Last updated: November 8, 2022.
Most professional or so-called ‘citizen’ data scientists will be familiar with the scenario that sees you spending a day trying out a dozen different model training configurations in which you experiment with various hyper parameters or perhaps different pre-trained models. As evening falls, you emerge from the haze of experimentation and you ask yourself: which of my experiments offered the best results for the problem I’m trying to solve?
At this point, especially for smaller use cases or where you were unsure if a hunch was worth pursuing and just wanted to try a few things out, you might be left empty-handed, unable to give an answer one way or another beyond some hunch that there was one set of parameters that really performed well, if only you could remember what they were… And if someone asked you to reproduce the steps it took you to create a particular model, would you even be able to do that?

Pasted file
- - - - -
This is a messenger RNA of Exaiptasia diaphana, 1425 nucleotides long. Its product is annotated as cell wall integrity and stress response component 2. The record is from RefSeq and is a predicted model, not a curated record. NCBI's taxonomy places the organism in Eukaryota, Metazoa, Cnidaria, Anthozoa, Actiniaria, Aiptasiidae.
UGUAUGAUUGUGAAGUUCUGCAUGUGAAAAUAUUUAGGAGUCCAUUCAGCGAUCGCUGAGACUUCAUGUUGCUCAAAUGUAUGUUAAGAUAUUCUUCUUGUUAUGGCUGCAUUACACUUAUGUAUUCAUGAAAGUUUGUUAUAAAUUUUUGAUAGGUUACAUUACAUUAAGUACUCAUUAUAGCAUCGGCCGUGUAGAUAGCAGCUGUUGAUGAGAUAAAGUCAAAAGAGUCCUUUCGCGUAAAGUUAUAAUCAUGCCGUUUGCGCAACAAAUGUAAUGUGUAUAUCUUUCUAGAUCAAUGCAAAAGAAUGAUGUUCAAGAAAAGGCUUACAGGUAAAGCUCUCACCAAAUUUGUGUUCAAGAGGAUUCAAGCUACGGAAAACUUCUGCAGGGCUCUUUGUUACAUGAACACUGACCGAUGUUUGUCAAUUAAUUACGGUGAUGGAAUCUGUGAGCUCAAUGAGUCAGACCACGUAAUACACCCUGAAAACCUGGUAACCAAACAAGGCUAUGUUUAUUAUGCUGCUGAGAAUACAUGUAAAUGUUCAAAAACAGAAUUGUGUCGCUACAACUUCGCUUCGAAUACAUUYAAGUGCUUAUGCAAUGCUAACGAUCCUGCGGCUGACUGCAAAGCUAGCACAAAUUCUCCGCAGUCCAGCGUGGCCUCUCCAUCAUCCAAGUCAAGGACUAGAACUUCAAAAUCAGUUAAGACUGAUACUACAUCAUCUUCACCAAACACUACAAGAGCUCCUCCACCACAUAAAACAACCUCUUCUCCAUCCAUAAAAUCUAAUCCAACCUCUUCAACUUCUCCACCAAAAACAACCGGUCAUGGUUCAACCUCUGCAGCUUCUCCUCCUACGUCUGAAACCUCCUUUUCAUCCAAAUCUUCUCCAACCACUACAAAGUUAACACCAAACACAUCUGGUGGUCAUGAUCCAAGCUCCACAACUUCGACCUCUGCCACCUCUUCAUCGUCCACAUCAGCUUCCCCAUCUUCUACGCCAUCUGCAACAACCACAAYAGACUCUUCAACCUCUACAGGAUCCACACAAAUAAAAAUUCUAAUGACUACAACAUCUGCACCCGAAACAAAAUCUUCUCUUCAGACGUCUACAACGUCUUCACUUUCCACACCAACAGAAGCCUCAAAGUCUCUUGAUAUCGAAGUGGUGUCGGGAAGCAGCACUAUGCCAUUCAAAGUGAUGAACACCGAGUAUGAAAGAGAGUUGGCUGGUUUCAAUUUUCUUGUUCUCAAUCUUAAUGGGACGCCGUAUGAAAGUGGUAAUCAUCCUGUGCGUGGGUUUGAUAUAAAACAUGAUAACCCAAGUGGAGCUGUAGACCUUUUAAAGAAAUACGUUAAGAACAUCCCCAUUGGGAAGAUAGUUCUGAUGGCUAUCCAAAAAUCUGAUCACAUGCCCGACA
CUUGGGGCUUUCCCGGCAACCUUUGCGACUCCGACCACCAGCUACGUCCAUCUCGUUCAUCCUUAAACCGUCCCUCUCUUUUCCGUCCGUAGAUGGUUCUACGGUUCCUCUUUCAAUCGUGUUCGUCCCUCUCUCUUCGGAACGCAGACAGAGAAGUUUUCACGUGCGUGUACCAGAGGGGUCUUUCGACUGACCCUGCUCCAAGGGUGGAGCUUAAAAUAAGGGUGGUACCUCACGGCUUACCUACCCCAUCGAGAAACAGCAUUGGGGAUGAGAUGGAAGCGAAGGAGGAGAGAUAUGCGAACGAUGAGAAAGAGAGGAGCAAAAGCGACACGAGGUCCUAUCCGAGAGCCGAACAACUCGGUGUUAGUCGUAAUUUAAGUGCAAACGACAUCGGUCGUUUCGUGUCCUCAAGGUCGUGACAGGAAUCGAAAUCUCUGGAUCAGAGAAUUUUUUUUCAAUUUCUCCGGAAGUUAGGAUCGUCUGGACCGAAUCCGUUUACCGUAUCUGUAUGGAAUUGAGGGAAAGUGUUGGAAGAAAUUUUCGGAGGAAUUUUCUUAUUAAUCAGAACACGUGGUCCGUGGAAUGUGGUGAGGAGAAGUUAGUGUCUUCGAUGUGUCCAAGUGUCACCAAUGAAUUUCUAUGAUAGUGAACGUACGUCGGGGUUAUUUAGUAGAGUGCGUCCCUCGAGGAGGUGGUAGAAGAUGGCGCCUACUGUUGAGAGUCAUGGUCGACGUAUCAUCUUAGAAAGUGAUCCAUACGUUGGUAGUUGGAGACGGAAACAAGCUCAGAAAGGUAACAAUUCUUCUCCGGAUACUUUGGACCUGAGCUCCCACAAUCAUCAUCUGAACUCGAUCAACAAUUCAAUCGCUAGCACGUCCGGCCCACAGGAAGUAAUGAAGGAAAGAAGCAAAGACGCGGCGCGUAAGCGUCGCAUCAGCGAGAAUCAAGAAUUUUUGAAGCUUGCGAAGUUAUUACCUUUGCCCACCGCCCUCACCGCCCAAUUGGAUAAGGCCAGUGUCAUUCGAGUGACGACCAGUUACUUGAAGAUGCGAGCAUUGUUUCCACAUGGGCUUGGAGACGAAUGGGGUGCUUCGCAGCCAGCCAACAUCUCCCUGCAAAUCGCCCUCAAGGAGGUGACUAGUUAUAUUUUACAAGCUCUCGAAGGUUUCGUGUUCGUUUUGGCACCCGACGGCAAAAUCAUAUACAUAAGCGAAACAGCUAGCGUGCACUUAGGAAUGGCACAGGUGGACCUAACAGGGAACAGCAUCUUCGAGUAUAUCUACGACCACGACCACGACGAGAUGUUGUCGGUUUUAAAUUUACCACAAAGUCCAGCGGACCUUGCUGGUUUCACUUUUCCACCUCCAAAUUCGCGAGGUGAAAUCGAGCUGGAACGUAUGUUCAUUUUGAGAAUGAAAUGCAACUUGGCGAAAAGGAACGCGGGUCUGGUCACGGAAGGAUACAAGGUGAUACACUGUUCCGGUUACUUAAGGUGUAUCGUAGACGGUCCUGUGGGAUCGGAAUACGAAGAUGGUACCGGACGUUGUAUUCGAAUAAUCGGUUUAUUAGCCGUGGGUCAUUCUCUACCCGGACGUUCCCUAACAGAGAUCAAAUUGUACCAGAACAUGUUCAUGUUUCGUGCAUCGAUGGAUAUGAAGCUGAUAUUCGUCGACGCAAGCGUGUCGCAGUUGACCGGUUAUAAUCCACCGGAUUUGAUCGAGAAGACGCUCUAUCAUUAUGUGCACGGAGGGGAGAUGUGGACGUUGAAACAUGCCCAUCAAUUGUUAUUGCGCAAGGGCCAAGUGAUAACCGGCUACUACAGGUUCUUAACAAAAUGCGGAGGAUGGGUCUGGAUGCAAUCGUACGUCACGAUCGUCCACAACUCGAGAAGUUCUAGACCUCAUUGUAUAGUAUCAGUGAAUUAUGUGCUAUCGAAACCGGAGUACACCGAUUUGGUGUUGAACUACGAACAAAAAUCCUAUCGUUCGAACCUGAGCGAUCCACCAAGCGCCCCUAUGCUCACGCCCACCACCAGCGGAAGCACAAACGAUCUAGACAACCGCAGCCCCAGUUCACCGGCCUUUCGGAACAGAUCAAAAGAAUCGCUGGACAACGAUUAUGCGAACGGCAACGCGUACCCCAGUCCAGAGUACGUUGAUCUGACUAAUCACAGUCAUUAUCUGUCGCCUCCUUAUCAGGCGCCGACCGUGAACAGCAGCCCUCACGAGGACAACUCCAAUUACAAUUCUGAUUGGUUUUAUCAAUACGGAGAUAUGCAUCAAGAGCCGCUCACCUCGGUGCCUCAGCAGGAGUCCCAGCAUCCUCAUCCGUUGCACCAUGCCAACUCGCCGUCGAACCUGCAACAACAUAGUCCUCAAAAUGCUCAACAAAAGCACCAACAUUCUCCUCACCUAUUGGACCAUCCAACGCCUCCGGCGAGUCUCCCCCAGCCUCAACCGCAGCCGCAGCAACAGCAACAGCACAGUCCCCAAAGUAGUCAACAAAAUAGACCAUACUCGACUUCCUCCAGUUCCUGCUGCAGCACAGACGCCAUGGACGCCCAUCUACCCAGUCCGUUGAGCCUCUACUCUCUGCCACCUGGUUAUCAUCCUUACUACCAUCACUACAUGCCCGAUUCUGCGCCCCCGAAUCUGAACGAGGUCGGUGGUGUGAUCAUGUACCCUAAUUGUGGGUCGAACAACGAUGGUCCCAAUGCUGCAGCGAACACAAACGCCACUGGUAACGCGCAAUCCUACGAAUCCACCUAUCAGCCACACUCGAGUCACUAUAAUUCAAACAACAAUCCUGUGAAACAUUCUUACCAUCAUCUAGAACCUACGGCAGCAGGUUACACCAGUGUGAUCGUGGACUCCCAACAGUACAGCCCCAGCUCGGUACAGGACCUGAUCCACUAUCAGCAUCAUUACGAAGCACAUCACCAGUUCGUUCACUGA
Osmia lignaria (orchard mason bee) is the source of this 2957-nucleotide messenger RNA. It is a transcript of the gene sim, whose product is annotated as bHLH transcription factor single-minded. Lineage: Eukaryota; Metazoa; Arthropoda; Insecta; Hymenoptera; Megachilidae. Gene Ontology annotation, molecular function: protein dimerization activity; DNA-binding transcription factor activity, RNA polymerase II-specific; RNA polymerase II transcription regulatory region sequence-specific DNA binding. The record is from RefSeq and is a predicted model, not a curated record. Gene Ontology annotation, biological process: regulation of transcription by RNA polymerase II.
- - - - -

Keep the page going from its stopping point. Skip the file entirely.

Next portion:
This would be one of those times where it’s worth reminding ourselves that data science includes the word ‘science’, and that we need to be careful around how we track and reason about models. The workflows and practice of machine learning is sufficiently complicated (and often non-deterministic) that we need rigorous ways of ensuring that we really are doing what we think we are doing, and that we can reproduce our work. (It’s not for nothing that ‘reproducibility’ is often paired with ‘crisis’.)
There are manual ways that you could use to help address this problem, but they’re unlikely to be sufficient. Will your spreadsheet experiment tracker really capture everything you needed to produce a particular model? (Think about how the particular configuration or random split of data is so central to how your model performs.) What you really want is something that will handle all this tracking of data and parameters, in as automatic a way as is possible.
Why use MLflow Tracking?